How to read code without any struggle


Question

I am a new to professional development. I mean I have only 5 months of professional development experience. Before that I have studied it by myself or at university. So I was looking over questions and found here a question about code quality. And I got a question related to it myself. How do I increase my code understanding/reading skills? Also will it improve the code quality I will write? Is there better code notation than Hungarian one? And is there any really good books for C++ design patterns(or the language doesn't matter?)? Thank you in advance answering these questions and helping me improving :)

P.S. - Also I have forgot to tell you that I am developing with C++ and C# languages.

1
11
12/9/2011 6:55:34 PM

Accepted Answer

There is only way I've found to get better at reading other peoples code and that is read other peoples code, when you find a method or language construct you don't understand look it up and play with it until you understand what is going on.

Hungarian notation is terrible, very few people use it today, it's more of an in-joke among programmers.

In fact the name hungarian notation is a joke itself as:

"The term Hungarian notation is memorable for many people because the strings of unpronounceable consonants vaguely resemble the consonant-rich orthography of some Eastern European languages."

From How To Write Unmaintainable Code

"Hungarian Notation is the tactical nuclear weapon of source code obfuscation techniques; use it! Due to the sheer volume of source code contaminated by this idiom nothing can kill a maintenance engineer faster than a well planned Hungarian Notation attack."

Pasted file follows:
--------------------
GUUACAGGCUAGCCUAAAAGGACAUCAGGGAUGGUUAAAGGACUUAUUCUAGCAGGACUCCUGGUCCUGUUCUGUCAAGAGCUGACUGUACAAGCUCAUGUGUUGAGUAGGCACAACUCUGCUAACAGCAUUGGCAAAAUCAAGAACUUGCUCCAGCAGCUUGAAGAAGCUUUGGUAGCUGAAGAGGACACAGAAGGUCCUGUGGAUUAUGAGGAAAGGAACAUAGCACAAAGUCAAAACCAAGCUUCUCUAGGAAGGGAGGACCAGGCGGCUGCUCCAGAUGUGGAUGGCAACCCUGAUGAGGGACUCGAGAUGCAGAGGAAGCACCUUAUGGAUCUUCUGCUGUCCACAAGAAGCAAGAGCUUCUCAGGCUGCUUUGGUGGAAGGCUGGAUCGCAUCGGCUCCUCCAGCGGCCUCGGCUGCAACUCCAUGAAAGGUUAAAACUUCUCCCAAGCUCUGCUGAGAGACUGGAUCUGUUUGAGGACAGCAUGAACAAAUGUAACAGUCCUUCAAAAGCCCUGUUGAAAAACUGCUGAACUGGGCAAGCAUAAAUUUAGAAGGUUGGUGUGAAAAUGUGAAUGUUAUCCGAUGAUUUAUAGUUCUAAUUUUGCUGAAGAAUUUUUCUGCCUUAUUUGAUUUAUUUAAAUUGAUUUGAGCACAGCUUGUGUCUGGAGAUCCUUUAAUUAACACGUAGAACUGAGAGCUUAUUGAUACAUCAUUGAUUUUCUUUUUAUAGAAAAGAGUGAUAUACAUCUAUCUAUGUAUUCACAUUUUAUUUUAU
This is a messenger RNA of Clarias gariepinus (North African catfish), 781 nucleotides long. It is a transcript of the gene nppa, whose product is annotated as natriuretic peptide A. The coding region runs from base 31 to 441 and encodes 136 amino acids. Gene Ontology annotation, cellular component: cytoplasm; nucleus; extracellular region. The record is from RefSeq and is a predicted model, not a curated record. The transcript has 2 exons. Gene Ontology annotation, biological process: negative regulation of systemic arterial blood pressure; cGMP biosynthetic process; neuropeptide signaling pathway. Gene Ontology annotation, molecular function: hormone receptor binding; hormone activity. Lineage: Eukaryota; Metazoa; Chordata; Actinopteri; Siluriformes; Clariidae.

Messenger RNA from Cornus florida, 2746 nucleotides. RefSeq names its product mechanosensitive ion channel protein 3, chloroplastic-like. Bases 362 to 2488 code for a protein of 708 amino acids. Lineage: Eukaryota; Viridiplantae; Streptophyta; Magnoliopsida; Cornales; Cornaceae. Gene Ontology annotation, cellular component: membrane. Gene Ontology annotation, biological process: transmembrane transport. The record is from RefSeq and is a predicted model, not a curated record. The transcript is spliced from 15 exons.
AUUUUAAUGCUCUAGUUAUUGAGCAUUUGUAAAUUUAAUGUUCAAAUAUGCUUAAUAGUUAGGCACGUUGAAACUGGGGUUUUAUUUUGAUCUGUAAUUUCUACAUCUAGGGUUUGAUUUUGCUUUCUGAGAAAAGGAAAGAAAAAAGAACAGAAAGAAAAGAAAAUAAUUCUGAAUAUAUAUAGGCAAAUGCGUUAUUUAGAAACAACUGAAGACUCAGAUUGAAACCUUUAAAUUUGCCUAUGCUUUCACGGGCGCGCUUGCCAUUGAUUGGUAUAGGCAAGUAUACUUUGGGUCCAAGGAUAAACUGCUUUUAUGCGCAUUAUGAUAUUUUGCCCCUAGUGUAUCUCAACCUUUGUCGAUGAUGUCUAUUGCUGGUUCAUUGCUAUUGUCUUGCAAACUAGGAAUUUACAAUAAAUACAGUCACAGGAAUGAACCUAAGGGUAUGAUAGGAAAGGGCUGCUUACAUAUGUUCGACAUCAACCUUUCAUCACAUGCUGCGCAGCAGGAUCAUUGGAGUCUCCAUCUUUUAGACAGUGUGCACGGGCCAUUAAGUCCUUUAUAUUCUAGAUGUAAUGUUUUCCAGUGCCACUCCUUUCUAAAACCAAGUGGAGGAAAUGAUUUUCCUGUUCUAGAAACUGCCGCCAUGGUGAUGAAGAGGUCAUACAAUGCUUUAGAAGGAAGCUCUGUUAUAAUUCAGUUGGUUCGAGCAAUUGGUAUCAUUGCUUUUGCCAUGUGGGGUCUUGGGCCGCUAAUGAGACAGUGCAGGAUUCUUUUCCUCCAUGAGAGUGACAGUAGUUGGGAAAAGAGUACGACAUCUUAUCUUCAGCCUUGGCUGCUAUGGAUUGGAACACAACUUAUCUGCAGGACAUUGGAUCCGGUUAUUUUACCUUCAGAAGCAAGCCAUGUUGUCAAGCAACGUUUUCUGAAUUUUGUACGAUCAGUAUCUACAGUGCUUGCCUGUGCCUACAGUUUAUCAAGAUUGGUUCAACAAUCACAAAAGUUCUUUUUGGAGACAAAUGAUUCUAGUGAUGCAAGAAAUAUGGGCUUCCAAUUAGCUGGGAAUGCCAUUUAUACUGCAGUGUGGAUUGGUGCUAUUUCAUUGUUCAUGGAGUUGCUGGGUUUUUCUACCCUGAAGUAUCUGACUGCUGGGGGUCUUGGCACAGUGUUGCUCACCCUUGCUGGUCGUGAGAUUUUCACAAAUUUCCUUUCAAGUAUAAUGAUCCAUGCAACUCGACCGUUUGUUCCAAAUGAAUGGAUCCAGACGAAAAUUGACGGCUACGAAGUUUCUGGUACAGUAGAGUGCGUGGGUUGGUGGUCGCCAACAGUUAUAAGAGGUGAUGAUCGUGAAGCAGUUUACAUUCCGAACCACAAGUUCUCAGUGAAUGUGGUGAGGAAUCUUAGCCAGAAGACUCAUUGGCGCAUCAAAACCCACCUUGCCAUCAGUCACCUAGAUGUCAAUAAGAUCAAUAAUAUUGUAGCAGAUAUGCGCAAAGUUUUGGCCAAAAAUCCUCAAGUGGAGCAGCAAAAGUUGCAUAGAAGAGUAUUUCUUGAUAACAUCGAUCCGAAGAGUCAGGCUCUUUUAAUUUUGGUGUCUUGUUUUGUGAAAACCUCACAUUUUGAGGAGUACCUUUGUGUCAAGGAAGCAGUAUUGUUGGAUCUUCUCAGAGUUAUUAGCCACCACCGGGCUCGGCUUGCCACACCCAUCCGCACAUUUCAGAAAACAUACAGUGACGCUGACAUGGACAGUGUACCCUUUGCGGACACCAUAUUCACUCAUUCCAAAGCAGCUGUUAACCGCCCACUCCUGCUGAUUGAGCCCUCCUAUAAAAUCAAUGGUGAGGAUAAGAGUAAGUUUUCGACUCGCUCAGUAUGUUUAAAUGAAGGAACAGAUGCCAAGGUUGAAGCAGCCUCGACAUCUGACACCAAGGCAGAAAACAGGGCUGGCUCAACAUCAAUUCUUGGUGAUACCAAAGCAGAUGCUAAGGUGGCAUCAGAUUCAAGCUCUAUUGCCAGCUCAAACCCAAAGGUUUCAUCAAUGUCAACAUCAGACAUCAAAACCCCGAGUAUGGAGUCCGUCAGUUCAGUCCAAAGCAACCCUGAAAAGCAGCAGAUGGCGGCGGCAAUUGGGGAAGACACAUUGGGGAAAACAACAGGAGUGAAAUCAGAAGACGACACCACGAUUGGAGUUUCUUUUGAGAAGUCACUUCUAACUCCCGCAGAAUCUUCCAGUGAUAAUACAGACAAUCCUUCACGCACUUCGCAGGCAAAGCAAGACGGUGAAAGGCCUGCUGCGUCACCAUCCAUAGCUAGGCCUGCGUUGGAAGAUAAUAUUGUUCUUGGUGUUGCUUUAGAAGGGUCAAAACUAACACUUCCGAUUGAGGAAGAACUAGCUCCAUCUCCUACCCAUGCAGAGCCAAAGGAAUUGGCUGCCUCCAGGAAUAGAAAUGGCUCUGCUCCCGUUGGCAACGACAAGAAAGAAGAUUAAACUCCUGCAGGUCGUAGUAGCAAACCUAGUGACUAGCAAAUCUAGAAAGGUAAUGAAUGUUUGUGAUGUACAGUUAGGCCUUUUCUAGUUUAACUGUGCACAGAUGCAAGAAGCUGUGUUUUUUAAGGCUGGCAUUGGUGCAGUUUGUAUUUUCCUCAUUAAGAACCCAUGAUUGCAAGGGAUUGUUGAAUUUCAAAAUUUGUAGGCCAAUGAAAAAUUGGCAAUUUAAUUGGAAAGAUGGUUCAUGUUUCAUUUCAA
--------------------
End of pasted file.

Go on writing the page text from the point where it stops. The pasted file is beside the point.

And the ever popular linus has a few words to say on the matter.

"Encoding the type of a function into the name (so-called Hungarian notation) is brain damaged—the compiler knows the types anyway and can check those, and it only confuses the programmer."

- Linus Torvalds

EDIT:

Taken from a comment by Tobias Langner.

"For the differences between Apss Hungarian and Systems Hungarian see Joel on Software".

Joel on Software has tips on how to read other people code called Reading Code is Like Reading the Talmud.

18
8/27/2009 8:04:06 PM

How do I increase my code understanding/reading skills?

Read read read. Learn from your mistakes. Review answers on SO and elsewhere. When you can think back on a piece of code you wrote and go "aha! I should've done xyz instead!" then you're learning. Read a good book for your language of choice, get beyond the basics and understand more advanced concepts.

Then, apart from reading: write write write! Coding is like math: you won't fully grock it without actually solving problems. Glancing at a math problem's solution is different than getting out a blank piece of paper and solving it yourself.

If you can, do some pair programming too to see how others code and bounce ideas around.

Also will it improve the code quality I will write?

See above. As you progress you should get more efficient. It won't happen by reading a book on design patterns. It will happen by solving real world problems and understanding why what you read works.